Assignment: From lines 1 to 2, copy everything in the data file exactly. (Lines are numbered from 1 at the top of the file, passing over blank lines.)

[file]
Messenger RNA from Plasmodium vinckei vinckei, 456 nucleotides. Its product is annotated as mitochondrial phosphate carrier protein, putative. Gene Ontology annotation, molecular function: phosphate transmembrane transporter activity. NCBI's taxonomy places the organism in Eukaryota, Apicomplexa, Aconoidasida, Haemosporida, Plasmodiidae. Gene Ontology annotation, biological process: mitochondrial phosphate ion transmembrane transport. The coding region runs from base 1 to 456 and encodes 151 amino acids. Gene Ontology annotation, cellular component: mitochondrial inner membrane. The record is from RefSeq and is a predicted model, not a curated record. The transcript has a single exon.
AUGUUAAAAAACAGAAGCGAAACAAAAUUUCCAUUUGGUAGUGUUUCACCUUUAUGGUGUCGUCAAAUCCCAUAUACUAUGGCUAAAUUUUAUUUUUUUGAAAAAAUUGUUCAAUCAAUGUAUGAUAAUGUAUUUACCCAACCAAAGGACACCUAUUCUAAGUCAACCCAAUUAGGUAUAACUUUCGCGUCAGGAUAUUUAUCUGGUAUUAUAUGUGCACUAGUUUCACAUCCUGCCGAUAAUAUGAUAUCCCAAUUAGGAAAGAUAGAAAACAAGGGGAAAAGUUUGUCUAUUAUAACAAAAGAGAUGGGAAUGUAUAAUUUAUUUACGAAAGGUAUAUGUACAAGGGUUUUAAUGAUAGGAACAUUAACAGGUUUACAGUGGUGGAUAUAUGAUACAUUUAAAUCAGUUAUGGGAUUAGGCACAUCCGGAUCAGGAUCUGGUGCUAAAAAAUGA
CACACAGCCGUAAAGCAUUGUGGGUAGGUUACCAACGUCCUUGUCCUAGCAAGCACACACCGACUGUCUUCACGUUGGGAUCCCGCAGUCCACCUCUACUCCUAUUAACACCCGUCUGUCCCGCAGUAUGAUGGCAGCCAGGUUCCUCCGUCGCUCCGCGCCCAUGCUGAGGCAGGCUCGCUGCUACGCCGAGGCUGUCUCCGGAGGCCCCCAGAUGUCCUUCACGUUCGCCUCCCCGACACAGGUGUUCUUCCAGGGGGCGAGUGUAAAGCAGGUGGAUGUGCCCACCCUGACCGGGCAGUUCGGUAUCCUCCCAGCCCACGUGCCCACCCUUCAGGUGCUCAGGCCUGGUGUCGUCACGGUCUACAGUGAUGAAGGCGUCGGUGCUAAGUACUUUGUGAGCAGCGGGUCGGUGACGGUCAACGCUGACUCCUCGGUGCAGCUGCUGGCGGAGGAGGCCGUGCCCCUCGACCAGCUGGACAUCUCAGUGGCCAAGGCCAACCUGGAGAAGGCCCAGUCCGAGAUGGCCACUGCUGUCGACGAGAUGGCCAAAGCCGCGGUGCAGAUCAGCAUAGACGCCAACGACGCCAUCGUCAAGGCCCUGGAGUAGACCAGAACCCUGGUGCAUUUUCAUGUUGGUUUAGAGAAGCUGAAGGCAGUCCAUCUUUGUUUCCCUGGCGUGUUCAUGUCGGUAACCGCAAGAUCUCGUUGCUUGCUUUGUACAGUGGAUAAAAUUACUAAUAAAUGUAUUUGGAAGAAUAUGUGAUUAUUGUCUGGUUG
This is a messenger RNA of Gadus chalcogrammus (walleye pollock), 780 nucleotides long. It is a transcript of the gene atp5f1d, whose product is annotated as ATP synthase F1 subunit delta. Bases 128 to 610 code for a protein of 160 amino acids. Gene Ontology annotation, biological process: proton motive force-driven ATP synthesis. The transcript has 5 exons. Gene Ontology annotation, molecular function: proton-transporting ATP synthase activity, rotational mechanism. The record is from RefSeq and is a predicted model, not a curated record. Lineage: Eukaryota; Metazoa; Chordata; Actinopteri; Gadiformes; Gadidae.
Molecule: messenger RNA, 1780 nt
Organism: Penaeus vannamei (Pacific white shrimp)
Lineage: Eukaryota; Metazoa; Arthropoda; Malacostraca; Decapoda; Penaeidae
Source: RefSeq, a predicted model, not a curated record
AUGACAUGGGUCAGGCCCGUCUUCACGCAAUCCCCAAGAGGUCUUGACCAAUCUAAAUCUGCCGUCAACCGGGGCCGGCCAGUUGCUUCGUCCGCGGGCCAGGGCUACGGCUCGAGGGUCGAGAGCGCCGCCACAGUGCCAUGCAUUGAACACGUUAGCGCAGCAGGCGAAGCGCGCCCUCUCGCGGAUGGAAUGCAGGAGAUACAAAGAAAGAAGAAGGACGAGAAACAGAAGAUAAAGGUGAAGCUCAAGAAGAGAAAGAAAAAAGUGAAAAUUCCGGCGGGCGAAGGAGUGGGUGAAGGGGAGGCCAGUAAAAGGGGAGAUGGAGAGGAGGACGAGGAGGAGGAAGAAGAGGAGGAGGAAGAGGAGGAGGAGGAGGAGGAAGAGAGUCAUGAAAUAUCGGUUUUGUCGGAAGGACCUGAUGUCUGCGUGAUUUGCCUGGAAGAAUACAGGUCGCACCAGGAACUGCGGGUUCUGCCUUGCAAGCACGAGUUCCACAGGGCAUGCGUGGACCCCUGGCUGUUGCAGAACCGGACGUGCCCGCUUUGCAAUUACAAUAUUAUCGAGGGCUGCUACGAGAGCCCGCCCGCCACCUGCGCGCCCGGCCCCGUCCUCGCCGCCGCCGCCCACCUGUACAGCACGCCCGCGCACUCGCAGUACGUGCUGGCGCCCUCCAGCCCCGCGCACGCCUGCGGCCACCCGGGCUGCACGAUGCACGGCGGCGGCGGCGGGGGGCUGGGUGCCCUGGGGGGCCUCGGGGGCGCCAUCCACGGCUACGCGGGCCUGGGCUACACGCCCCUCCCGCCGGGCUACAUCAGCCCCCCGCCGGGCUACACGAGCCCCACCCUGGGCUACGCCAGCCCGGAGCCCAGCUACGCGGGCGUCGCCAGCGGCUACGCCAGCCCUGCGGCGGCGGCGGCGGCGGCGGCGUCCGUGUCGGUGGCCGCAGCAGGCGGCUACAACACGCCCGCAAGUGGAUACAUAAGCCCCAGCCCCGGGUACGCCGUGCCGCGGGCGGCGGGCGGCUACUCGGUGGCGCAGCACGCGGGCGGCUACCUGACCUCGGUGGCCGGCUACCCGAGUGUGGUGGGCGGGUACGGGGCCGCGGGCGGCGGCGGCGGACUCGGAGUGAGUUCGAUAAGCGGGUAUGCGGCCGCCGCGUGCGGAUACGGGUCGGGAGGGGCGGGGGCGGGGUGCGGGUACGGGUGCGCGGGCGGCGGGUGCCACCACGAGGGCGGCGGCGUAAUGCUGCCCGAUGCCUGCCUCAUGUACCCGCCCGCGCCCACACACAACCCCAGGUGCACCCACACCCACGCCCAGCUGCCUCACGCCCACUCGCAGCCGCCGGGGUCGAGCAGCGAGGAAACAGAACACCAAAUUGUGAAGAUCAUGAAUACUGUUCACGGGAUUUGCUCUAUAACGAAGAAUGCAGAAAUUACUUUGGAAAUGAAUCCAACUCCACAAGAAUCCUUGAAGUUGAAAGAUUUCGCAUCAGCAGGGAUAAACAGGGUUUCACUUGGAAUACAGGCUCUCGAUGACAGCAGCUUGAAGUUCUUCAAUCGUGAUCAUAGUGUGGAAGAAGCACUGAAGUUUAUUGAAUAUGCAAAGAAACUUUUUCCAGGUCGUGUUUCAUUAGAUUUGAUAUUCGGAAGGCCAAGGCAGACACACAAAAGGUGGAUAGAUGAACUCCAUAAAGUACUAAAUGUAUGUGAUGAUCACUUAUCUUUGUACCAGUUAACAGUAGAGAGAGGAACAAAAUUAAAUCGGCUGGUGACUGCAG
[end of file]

Messenger RNA from Plasmodium vinckei vinckei, 456 nucleotides. Its product is annotated as mitochondrial phosphate carrier protein, putative. Gene Ontology annotation, molecular function: phosphate transmembrane transporter activity. NCBI's taxonomy places the organism in Eukaryota, Apicomplexa, Aconoidasida, Haemosporida, Plasmodiidae. Gene Ontology annotation, biological process: mitochondrial phosphate ion transmembrane transport. The coding region runs from base 1 to 456 and encodes 151 amino acids. Gene Ontology annotation, cellular component: mitochondrial inner membrane. The record is from RefSeq and is a predicted model, not a curated record. The transcript has a single exon.
AUGUUAAAAAACAGAAGCGAAACAAAAUUUCCAUUUGGUAGUGUUUCACCUUUAUGGUGUCGUCAAAUCCCAUAUACUAUGGCUAAAUUUUAUUUUUUUGAAAAAAUUGUUCAAUCAAUGUAUGAUAAUGUAUUUACCCAACCAAAGGACACCUAUUCUAAGUCAACCCAAUUAGGUAUAACUUUCGCGUCAGGAUAUUUAUCUGGUAUUAUAUGUGCACUAGUUUCACAUCCUGCCGAUAAUAUGAUAUCCCAAUUAGGAAAGAUAGAAAACAAGGGGAAAAGUUUGUCUAUUAUAACAAAAGAGAUGGGAAUGUAUAAUUUAUUUACGAAAGGUAUAUGUACAAGGGUUUUAAUGAUAGGAACAUUAACAGGUUUACAGUGGUGGAUAUAUGAUACAUUUAAAUCAGUUAUGGGAUUAGGCACAUCCGGAUCAGGAUCUGGUGCUAAAAAAUGA